SARA WHARTON-ALI: You know, it’s a question of carving out the time for it. But it has to happen, for me – no matter where I am. Everybody has a busy life [or All of us have busy lives]; I certainly get that. But I guess it’s a matter of priorities, right? If I have to get up a half an hour early to meditate, then I will get up a half an hour early. That’s just the way it is.
Listen to Sara comparing the texture of her day with and without meditation —
You work in the entertainment business, in an industry largely oriented towards the external, the materialistic aspects of life. Is it doing the industry an injustice to say that it is almost as far as one can get from the stillness of one’s spiritual core?
SARA WHARTON-ALI: I guess it depends how you look at it.
I work mainly in reality television, on various projects ranging from competition shows to dating shows to music shows. And yes, reality TV does often draw a lot of criticism.
However, in my job as a talent producer, I get the chance to meet a lot of people in their comfort zone. For instance, last year I was looking for people who were experts on Bigfoot. Personally, I had no specific interest in this – but once I get hired for a show, it’s all about research and learning to know the people who are deep into this particular world. So for me, it’s a huge lesson in whatever I’m working on! A huge lesson of non-judgment and openness….
Kudos, honestly! This seems like an authentically rewarding and positive angle to approach it from. After all, aren’t we all creating our own worlds – with the unspoken assumption that my world is the right world? So… how can we be so sure that Bigfoot does not exist?
SARA WHARTON-ALI: Exactly. Who am I to say that their world does not exist?
For me, the career path I’m on has opened me up greatly. You know, it’s kind of like meditating. People come and they go; they don’t stick to me! They move through.
And also, there’s the aspect of enabling people to fulfill their dreams. For instance, I’m presently working on NBC’s The Voice, a show that gives the stage to new musical talents. It’s a true gift to go to work and to talk to someone from a small place in the middle of Tennessee who would otherwise never, ever have the opportunity to have his voice heard on a platform as big as this.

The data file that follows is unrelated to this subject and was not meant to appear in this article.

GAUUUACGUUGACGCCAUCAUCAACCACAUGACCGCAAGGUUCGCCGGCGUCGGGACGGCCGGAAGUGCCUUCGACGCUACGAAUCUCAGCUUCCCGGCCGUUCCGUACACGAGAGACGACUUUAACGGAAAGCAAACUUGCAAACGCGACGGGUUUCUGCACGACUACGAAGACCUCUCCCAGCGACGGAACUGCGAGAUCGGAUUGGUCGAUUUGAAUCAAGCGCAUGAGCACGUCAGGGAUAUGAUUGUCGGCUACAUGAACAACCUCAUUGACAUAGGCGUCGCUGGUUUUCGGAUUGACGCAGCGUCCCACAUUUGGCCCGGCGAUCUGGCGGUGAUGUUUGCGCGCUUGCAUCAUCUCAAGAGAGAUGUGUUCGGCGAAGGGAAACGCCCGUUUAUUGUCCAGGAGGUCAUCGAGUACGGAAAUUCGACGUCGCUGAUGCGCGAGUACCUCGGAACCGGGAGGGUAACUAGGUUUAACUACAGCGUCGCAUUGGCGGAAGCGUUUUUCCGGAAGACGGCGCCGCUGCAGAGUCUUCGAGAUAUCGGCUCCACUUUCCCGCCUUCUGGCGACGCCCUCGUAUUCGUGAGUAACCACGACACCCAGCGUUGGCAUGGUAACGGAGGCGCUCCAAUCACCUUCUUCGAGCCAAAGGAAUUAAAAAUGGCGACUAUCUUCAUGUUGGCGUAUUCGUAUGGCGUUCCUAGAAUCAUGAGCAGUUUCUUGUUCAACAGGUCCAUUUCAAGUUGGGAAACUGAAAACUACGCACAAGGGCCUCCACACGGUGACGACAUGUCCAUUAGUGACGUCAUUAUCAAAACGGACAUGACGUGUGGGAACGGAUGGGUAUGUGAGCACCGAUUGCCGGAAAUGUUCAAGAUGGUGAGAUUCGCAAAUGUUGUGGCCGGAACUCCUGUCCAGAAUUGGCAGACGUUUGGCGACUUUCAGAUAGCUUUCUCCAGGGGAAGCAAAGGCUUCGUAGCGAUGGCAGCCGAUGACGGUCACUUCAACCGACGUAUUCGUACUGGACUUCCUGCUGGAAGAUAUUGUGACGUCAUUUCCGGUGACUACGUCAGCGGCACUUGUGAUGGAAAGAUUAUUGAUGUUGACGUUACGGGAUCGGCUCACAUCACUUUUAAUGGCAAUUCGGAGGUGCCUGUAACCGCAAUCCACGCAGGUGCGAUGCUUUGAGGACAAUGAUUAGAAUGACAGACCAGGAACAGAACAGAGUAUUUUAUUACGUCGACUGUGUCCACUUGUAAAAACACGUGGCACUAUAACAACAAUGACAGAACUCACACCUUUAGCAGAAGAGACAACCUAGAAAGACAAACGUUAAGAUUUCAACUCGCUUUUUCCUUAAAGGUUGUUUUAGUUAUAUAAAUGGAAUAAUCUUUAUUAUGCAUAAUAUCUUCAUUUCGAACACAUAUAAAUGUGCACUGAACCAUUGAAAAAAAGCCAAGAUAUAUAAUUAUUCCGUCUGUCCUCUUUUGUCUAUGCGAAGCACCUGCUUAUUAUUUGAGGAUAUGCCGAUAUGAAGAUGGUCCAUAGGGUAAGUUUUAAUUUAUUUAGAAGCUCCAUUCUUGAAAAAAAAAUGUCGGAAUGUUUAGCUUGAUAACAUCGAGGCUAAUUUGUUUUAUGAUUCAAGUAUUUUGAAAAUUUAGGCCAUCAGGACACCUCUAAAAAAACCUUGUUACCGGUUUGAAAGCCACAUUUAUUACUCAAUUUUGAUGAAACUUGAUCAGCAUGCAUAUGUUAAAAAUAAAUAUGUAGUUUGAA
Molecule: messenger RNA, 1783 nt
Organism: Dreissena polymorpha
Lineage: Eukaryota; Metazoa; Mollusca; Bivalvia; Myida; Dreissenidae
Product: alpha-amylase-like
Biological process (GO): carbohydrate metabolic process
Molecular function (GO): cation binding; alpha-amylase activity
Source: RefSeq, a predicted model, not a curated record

To sit down with these people and to be able to experience the unbelievable, miraculous talent that they possess… To be able to cultivate and be part of that process is rewarding.
Let’s say someone walks into the audition room of The Voice, opens his mouth… and you feel right away that he is not going to make it. How do you react?
SARA WHARTON-ALI: 99.9% of the people who come to the auditions really do love singing and believe in themselves. So perhaps this particular show is not the best platform for them, but so what? For me, it’s very important to stay positive – if they like singing, then that’s what they like to do, and they should continue doing that!
That’s what I really like about my work. It comes from a very kind place of trying to build people up, not tear them down.
Is good casting more about intuition or about some very specific, technical know-how?
SARA WHARTON-ALI: I’ve been doing casting for quite a while, over 10 years. So sure, there are skills which you develop over time – and often it’s about drawing the best out of people, encouraging them, making them forget about the cameras and spotlights. My job is to get people to open up, to tell their deepest and darkest – and their brightest and lightest – in a short period of time.
And yes, intuition is involved too. Ever since I’ve been doing TM, there has undoubtedly been a deeper connection with the people I interview. A certain detachment, a level of ease which really helps to do a good job.
Where does this feeling of ease come from? Is it some version of letting go, of harboring less intense personal ambitions?
SARA WHARTON-ALI: We’re talking about a job situation, so I still need to get what I’m there for – in the sense of getting your job done, of fulfilling your duties. And at the same time, you can get it done in a way which allows you to feel good about it. This is extremely important for me.
So this ease, it’s a combination of powerlessness, of letting go of the control element – and yet a feeling of being held and secure. That’s what I attribute to my Transcendental Meditation practice: things moving more freely and more smoothly. And that’s actually true of any aspect of my life, not only my job!
This is very inspiring and insightful, Sara. Thank you for this wonderful conversation!